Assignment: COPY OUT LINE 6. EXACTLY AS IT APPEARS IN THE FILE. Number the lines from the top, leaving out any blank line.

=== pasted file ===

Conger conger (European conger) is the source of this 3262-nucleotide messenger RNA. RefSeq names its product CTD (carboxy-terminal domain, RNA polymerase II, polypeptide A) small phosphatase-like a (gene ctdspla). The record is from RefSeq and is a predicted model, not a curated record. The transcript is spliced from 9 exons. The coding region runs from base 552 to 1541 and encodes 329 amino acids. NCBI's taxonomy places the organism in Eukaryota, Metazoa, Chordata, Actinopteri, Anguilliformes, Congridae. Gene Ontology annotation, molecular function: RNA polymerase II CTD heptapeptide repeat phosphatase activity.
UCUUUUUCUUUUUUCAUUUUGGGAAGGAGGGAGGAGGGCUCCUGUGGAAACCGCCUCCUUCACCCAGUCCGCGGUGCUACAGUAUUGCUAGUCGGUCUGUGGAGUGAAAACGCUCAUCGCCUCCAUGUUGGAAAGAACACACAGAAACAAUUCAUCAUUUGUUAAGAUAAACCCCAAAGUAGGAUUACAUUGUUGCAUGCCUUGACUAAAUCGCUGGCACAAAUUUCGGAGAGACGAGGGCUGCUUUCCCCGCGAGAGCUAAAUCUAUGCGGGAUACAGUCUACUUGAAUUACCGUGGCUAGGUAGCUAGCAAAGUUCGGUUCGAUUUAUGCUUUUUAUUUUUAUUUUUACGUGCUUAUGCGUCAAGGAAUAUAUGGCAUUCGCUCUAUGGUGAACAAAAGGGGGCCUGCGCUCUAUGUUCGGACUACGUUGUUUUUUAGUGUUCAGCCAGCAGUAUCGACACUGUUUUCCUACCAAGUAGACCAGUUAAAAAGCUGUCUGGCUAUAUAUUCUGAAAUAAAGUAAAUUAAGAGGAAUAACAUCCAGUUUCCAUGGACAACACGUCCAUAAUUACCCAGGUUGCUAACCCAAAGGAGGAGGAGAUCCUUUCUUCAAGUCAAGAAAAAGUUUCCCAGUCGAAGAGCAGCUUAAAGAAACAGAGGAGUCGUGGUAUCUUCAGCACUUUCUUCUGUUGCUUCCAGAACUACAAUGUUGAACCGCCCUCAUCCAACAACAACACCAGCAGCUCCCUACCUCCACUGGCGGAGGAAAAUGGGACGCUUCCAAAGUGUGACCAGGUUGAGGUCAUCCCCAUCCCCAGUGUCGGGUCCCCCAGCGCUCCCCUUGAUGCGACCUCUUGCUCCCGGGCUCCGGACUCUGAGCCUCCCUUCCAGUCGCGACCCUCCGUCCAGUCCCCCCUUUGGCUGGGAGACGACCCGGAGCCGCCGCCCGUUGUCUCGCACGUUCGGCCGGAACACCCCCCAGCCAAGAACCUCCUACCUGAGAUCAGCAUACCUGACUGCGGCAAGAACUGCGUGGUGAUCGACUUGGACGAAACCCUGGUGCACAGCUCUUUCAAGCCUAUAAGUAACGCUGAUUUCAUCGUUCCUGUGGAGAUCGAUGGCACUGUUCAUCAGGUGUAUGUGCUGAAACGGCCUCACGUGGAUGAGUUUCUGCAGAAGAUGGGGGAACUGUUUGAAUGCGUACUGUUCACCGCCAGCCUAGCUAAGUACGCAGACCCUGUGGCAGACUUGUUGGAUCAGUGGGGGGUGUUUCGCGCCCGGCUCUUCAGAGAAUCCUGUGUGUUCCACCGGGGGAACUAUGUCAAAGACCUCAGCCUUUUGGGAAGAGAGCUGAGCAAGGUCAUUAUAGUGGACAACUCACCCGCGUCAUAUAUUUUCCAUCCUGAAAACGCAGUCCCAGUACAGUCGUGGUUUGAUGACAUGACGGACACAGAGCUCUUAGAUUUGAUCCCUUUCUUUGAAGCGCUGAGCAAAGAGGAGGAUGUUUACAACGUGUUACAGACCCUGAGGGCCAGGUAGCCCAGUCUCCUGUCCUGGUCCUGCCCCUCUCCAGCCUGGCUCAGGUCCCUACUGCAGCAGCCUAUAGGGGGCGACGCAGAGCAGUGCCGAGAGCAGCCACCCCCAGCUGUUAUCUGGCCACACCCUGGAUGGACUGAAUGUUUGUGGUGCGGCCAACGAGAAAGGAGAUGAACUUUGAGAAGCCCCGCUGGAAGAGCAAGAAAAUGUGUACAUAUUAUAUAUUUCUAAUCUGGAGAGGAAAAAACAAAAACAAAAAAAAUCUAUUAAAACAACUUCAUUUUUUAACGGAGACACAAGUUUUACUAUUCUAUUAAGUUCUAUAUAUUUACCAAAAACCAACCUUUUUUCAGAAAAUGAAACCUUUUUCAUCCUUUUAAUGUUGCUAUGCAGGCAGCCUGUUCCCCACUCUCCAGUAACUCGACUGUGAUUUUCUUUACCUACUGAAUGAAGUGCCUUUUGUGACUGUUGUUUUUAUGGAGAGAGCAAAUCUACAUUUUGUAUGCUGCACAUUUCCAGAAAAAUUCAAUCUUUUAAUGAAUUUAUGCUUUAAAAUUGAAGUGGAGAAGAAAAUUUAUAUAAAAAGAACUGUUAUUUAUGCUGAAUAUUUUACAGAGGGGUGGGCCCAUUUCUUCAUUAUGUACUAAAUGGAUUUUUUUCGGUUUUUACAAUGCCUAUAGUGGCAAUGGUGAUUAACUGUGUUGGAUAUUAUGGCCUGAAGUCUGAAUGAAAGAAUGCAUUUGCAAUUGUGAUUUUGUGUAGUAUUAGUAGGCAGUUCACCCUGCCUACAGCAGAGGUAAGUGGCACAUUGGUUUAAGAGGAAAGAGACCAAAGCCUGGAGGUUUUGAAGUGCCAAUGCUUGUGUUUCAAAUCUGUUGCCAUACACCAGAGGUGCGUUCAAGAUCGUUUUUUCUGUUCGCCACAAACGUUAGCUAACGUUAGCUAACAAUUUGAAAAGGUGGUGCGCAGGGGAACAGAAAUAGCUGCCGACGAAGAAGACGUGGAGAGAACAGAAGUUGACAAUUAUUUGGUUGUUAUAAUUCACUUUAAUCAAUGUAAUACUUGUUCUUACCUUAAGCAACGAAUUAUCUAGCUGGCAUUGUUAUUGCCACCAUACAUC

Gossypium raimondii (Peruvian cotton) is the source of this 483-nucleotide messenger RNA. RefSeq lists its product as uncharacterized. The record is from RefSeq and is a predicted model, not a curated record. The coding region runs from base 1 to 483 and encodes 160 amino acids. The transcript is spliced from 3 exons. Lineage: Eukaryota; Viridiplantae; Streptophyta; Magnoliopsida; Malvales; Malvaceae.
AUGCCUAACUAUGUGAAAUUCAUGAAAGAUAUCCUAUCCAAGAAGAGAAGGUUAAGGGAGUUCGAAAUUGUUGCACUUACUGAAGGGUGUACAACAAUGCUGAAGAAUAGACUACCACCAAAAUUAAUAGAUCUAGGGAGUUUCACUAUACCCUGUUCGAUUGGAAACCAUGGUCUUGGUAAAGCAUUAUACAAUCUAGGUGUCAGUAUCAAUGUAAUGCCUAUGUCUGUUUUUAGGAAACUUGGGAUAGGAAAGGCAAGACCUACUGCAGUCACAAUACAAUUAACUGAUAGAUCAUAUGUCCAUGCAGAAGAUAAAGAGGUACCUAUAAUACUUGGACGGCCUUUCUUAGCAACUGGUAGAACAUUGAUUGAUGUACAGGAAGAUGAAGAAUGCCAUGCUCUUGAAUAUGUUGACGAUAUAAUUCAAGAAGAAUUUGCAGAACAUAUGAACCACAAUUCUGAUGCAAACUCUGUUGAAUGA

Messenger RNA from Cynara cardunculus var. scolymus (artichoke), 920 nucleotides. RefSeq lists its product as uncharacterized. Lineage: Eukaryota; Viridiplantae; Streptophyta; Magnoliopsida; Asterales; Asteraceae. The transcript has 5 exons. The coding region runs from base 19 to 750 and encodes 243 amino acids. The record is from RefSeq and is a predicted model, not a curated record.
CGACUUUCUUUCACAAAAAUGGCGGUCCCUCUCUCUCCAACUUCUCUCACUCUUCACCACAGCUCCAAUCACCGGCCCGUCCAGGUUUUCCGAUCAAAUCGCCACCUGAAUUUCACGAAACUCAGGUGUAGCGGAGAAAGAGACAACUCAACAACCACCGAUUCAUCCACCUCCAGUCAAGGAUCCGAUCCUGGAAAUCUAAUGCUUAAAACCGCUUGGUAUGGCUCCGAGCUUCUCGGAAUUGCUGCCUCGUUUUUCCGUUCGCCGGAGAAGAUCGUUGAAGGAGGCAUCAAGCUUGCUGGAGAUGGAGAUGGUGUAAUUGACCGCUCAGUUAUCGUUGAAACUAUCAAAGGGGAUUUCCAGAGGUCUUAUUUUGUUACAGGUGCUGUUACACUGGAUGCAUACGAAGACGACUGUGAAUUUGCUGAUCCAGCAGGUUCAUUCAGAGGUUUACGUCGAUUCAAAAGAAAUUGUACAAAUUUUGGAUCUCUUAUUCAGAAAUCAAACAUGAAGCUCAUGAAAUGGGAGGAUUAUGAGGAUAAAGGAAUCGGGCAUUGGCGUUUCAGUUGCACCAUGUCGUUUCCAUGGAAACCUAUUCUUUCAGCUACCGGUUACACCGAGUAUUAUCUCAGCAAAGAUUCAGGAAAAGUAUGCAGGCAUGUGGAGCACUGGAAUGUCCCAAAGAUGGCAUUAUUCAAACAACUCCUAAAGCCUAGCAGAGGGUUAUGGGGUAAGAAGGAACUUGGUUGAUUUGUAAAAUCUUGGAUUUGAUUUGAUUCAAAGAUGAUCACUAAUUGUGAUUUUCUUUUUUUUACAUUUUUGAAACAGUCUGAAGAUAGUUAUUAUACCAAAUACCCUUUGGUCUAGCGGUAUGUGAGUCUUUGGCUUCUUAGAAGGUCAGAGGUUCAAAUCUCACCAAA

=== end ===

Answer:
CGACUUUCUUUCACAAAAAUGGCGGUCCCUCUCUCUCCAACUUCUCUCACUCUUCACCACAGCUCCAAUCACCGGCCCGUCCAGGUUUUCCGAUCAAAUCGCCACCUGAAUUUCACGAAACUCAGGUGUAGCGGAGAAAGAGACAACUCAACAACCACCGAUUCAUCCACCUCCAGUCAAGGAUCCGAUCCUGGAAAUCUAAUGCUUAAAACCGCUUGGUAUGGCUCCGAGCUUCUCGGAAUUGCUGCCUCGUUUUUCCGUUCGCCGGAGAAGAUCGUUGAAGGAGGCAUCAAGCUUGCUGGAGAUGGAGAUGGUGUAAUUGACCGCUCAGUUAUCGUUGAAACUAUCAAAGGGGAUUUCCAGAGGUCUUAUUUUGUUACAGGUGCUGUUACACUGGAUGCAUACGAAGACGACUGUGAAUUUGCUGAUCCAGCAGGUUCAUUCAGAGGUUUACGUCGAUUCAAAAGAAAUUGUACAAAUUUUGGAUCUCUUAUUCAGAAAUCAAACAUGAAGCUCAUGAAAUGGGAGGAUUAUGAGGAUAAAGGAAUCGGGCAUUGGCGUUUCAGUUGCACCAUGUCGUUUCCAUGGAAACCUAUUCUUUCAGCUACCGGUUACACCGAGUAUUAUCUCAGCAAAGAUUCAGGAAAAGUAUGCAGGCAUGUGGAGCACUGGAAUGUCCCAAAGAUGGCAUUAUUCAAACAACUCCUAAAGCCUAGCAGAGGGUUAUGGGGUAAGAAGGAACUUGGUUGAUUUGUAAAAUCUUGGAUUUGAUUUGAUUCAAAGAUGAUCACUAAUUGUGAUUUUCUUUUUUUUACAUUUUUGAAACAGUCUGAAGAUAGUUAUUAUACCAAAUACCCUUUGGUCUAGCGGUAUGUGAGUCUUUGGCUUCUUAGAAGGUCAGAGGUUCAAAUCUCACCAAA